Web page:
|Alan Sroufe The Future of Psychotherapy Anxiety Diets Mind/Body Etienne Wenger Gender Issues Community of Excellence Attachment Great Attachment Debate Ethics Linda Bacon David Schnarch Challenging Cases Attachment Theory Clinical Mastery Brain Science Trauma Narcissistic Clients Wendy Behary Couples Men in Therapy Mindfulness Future of Psychotherapy William Doherty CE Comments Symposium 2012 Clinical Excellence Couples Therapy Mary Jo Barrett|
|How to Develop a Money Mindset - Page 13|
She was scared, but excited. Then we ran into a snag when she realized what her up-front costs would be. She called me, obviously upset, speaking very rapidly, "I have to spend $879 for extra furniture, $17 for more business cards, and $125 to pay my web designer to create four new pages on my website. I'm sorry but it's just not worth it!" I calmed her down, reminding her of the original reason she contacted me. In fact, new referrals did come in, and for the first time in her career, she gave them to someone else. But she had a terrible sinking feeling doing this. "My fee is $125, and I'll only make $40 a session when my associate sees them," she protested. At this point, all Barbara could focus on was the money she'd just spent—and the money she'd lose under the new arrangement.
By the third month, she'd made only an additional $375 from her two associates' sessions. She was impatient and wanted to stop the experiment immediately. I kept her focused on the longer-term goal she'd set, which was to add two therapists every three months to her group practice. But then, unexpectedly, one of her new therapists quit and took four clients with her. Barbara was crushed and totally convinced this group practice idea is crazy. "I could still be seeing those four people!" she wailed to me. "I'm losing thousands of dollars."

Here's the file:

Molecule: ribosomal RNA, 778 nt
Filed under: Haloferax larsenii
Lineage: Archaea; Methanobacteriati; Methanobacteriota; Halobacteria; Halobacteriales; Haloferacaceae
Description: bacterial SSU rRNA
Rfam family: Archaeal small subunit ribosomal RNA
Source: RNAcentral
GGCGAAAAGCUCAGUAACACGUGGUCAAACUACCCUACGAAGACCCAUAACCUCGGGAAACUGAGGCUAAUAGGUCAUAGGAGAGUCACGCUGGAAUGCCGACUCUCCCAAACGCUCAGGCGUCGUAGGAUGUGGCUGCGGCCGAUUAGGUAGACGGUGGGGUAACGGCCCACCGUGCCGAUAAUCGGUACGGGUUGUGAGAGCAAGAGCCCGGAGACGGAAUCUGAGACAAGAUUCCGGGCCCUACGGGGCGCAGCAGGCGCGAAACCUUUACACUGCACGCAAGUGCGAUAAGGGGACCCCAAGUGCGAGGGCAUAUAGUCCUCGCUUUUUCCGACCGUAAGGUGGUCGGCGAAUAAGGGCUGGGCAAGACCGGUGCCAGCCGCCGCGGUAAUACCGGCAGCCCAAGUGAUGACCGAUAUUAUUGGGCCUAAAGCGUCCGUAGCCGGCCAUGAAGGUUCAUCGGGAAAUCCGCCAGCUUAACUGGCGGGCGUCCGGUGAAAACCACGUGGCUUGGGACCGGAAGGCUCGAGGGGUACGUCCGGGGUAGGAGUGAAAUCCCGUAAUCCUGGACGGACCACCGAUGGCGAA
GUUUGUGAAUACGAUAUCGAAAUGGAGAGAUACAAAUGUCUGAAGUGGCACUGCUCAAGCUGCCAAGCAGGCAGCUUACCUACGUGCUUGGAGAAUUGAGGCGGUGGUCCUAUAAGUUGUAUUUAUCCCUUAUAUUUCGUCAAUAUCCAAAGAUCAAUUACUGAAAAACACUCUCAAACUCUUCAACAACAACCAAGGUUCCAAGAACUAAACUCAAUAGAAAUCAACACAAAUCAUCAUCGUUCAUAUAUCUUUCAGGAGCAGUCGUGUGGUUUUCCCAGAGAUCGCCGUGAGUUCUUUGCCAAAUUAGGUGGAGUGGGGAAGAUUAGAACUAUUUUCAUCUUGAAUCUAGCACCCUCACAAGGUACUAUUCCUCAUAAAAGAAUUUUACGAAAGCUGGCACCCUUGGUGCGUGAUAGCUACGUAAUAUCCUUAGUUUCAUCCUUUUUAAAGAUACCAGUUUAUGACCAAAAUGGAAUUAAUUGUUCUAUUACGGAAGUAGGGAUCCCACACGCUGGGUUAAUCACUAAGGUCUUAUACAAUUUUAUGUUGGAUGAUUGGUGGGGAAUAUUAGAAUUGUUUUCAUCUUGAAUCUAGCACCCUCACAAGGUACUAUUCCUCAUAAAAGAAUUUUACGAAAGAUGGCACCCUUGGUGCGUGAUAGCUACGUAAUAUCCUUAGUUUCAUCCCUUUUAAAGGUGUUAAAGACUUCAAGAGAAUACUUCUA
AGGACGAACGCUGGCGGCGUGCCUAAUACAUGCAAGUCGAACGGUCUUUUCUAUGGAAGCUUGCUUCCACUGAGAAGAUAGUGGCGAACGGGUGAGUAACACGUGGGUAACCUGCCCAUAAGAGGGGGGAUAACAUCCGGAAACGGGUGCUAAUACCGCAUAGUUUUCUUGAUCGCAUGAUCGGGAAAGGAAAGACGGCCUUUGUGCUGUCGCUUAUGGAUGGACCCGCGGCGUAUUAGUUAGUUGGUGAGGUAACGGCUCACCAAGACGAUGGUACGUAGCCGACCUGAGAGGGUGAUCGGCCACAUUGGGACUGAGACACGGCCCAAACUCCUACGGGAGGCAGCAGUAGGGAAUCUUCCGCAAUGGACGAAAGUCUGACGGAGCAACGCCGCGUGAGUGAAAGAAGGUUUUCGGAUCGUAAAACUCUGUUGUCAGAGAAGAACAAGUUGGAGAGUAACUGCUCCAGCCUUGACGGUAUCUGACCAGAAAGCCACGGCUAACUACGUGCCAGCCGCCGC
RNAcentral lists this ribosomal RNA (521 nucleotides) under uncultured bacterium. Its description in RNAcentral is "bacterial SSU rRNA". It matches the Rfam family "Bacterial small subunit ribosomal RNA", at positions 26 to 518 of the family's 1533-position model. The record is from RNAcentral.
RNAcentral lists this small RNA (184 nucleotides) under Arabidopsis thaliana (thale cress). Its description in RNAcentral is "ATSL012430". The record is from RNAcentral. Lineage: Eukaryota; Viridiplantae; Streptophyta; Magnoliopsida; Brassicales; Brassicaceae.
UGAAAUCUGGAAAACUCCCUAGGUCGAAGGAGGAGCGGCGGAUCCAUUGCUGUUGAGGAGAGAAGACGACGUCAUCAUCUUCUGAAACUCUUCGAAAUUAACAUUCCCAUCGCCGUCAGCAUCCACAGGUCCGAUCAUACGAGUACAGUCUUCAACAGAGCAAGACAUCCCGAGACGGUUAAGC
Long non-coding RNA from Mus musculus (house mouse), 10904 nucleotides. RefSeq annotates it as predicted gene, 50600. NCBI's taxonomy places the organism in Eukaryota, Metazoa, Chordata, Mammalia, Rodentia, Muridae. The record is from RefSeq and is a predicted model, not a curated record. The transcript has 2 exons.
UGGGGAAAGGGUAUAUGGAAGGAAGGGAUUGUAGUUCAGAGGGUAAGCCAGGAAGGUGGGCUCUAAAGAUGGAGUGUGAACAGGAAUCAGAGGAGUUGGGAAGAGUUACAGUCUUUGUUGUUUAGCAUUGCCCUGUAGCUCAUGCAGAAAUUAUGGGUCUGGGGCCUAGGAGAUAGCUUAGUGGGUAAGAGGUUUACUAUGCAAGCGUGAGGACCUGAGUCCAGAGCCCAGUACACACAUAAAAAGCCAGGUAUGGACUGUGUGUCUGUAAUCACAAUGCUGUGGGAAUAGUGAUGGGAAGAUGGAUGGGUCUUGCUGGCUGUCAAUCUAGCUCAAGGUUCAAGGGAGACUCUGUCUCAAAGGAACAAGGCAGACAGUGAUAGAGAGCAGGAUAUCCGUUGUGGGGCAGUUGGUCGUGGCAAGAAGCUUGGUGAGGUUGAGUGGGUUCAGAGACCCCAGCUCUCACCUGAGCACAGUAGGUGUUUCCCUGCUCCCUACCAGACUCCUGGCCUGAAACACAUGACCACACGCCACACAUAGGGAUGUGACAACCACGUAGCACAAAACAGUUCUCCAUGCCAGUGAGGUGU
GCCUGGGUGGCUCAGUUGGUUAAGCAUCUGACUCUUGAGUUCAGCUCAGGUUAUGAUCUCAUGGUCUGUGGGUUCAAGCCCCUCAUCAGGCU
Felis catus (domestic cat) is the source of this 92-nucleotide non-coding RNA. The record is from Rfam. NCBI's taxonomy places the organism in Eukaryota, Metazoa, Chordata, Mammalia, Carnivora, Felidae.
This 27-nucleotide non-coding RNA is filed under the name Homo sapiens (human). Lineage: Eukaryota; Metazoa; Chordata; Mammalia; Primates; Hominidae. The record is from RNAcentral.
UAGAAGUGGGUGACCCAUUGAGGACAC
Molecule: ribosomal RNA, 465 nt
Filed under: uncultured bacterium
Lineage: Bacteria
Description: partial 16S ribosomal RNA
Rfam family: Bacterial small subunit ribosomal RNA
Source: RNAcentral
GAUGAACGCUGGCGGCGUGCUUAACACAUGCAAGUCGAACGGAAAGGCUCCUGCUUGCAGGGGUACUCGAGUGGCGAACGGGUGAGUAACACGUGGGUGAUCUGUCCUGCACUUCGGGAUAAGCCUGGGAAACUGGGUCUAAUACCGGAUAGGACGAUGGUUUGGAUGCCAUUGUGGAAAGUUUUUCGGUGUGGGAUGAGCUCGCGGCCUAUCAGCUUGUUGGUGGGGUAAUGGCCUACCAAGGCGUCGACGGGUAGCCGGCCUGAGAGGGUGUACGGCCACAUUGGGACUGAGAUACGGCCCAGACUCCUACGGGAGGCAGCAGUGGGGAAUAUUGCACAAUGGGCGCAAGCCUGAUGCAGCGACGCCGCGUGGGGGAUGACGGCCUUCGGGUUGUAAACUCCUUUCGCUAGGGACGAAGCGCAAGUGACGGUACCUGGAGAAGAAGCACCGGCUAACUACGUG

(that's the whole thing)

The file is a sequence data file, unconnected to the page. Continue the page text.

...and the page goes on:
I reminded her that one unit of income for one unit of time was clearly not working, and that her group practice wouldn't get built up in a month or two. I told her that this wasn't a linear process: you have to look at the longer trends, such as 3, 6 or 12 months down the road. There are, of course, many factors involved in successfully growing a practice, but at her rate of referrals, she should have expected to bring in up to 10 new clients a week within three or four months. I reminded her of the metaphor of the transition of going from crawling to walking, when crawling is still a more efficient form of locomotion. "That's all well and good, but the way things are going, I'll never get to walking, and running is just a fantasy," she e-mailed me. Slowly her practice grew. After seven more months, Barbara had three therapists generating $3,750 a month for her. She'd passed the goals set by the original business plan, and we expanded the plan for the next six months.
Soon after this, she realized the potential of what she'd created. "That's 7 hours of my life I've regained every week," she said with glee, "in addition to the 10 hours of clerical work I've let go of." She made plans to hire two more therapists. Barbara now knew there were no guarantees, but she'd finally transcended her line-worker mentality.